AT&T released its version of a femtocell this week, called an AT&T MicroCell.’a0 What is a MicroCell?’a0 Basically it is a little unit that plugs into your broadband router that acts as a mini-cell phone tower.’a0 That is, a MicroCell is a repeater for the AT&T mobile network that utilizes your broadband Internet connection to channel mobile phone calls and mobile data connections.
So, in effect, by using a MicroCell, you are helping AT&T patch weak spots in their network by lending them bandwidth from your Internet connection.’a0 The added irony in all this: if you’re an AT&T customer who opts to use a MicroCell, you pay either pay$150 for the device or get one for $100 (with a $450 rebate) and then pay an additional $20/month to your bill.
This equation simply does not make sense and’a0 continues the backwards thinking that exists in US based mobile carriers.’a0 To be fair, I must point out that AT&T isn’t alone in charging for their femtocell enhancement, Sprint charges $20/month for their device and Verizon Wireless has a similar box for $250.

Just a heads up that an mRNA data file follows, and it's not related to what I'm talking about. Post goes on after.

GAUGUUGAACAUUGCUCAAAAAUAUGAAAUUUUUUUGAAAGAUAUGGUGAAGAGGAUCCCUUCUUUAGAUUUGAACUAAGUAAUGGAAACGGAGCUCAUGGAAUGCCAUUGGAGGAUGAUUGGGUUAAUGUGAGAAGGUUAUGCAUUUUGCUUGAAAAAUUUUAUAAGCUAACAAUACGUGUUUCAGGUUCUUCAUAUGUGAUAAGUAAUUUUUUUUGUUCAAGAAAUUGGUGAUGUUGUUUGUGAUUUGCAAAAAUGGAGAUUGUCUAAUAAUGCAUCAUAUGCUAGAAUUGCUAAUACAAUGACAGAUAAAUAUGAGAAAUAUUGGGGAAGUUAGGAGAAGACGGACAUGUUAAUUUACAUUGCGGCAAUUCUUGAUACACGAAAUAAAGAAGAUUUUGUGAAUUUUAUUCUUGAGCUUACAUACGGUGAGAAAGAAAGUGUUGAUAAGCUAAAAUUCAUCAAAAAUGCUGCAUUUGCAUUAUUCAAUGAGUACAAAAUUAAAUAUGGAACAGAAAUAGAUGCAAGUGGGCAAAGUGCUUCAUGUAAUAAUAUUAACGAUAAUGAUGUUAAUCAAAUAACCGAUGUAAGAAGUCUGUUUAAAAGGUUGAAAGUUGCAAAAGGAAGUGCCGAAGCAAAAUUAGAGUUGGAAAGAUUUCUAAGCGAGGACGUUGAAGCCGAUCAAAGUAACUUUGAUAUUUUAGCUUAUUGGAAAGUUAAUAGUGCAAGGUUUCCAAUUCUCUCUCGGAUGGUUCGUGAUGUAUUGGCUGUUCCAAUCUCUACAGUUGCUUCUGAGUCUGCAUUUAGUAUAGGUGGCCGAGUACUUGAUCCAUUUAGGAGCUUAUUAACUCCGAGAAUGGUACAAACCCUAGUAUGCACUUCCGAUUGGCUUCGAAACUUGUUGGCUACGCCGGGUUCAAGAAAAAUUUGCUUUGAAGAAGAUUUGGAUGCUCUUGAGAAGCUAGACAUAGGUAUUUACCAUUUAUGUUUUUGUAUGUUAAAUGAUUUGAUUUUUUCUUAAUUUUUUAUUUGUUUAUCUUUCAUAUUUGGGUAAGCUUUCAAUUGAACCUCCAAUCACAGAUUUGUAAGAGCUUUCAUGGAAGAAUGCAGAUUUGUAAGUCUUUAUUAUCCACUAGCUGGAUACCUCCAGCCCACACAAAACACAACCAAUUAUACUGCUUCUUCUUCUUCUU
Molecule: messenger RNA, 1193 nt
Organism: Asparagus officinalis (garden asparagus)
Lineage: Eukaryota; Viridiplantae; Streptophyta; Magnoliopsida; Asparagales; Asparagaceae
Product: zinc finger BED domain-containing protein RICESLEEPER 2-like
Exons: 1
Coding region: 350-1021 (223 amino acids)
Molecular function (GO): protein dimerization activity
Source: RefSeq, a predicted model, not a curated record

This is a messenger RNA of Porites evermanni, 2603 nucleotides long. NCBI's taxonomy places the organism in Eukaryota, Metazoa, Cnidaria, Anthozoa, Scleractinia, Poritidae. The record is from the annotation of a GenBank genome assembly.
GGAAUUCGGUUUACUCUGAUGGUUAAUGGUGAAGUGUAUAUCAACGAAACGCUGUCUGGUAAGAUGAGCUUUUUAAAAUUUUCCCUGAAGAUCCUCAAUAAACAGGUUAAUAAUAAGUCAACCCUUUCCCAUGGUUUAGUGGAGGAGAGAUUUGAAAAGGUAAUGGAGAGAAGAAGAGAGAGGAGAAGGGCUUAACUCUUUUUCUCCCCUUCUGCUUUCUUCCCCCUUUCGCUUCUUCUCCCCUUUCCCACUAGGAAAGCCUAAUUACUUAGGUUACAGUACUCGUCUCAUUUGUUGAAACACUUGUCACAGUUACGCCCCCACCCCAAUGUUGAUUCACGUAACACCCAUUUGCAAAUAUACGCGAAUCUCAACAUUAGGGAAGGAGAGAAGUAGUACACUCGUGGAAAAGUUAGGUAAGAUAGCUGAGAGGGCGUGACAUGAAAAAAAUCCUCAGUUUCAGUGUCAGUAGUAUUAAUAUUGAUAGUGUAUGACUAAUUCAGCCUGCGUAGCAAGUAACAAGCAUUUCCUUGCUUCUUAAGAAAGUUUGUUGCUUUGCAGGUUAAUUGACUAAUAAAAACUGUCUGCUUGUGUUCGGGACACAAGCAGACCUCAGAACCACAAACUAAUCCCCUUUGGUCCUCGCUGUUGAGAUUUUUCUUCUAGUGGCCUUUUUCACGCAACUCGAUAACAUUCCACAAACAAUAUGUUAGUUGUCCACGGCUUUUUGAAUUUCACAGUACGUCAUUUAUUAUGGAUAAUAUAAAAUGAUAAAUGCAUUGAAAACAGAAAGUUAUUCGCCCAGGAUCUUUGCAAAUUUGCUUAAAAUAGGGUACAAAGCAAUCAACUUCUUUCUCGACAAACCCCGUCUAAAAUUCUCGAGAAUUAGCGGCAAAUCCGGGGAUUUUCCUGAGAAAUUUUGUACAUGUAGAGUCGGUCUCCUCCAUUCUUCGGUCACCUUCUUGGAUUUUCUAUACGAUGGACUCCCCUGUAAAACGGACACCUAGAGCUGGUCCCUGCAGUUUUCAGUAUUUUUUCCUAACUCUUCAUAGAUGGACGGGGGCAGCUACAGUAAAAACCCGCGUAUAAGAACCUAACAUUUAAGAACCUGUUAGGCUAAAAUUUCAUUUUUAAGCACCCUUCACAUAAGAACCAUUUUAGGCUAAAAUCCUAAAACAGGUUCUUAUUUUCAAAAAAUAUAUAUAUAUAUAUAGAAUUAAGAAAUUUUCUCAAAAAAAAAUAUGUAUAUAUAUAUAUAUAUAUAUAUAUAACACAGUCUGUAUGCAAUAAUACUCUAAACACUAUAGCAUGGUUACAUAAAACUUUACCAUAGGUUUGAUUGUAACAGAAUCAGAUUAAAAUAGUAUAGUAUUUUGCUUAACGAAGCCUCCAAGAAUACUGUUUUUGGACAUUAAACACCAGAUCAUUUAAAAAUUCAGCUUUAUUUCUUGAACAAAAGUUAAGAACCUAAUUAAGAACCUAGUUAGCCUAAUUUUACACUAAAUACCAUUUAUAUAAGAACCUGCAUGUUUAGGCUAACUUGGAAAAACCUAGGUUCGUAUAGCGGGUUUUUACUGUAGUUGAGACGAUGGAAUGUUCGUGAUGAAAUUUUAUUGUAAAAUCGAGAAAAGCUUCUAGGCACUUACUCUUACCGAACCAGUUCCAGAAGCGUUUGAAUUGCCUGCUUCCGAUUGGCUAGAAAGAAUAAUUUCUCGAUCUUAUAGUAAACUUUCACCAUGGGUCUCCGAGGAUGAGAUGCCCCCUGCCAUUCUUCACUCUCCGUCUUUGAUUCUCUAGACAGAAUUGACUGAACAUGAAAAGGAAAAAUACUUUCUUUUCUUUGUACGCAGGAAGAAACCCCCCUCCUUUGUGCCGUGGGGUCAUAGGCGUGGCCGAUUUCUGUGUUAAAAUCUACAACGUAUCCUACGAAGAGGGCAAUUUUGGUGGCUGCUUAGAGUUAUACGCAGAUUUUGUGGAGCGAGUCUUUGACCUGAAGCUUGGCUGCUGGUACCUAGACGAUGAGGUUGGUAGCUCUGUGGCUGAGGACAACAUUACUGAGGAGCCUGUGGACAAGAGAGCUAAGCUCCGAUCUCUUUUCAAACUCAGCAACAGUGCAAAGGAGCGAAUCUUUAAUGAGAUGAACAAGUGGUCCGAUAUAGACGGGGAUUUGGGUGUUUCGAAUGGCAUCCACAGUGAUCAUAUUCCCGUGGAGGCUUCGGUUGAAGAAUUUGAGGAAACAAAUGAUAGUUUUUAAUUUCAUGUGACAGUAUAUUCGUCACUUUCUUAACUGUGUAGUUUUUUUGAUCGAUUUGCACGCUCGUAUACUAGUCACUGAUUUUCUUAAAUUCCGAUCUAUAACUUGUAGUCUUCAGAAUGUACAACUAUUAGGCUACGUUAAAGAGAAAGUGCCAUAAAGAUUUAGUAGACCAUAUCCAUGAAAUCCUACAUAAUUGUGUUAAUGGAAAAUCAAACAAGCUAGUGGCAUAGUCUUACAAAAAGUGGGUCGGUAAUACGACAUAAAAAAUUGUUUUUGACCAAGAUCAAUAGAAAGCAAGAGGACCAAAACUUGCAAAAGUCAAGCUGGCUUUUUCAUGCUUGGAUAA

In my opinion, as a cellular subscriber, if you can adequately demonstrate that your mobile network provider’s network is weak in your home or business, that mobile network operator should grant you a femtocell free of charge.’a0 Not only would this promote loyalty and reduce churn of mobile customers, but would help out your surrounding neighbors as well, as femtocells work for quite a ways surrounding the repeater.
What are your thoughts – would you pay to host a mobile carrier’s signal on your Internet service that *you* pay for?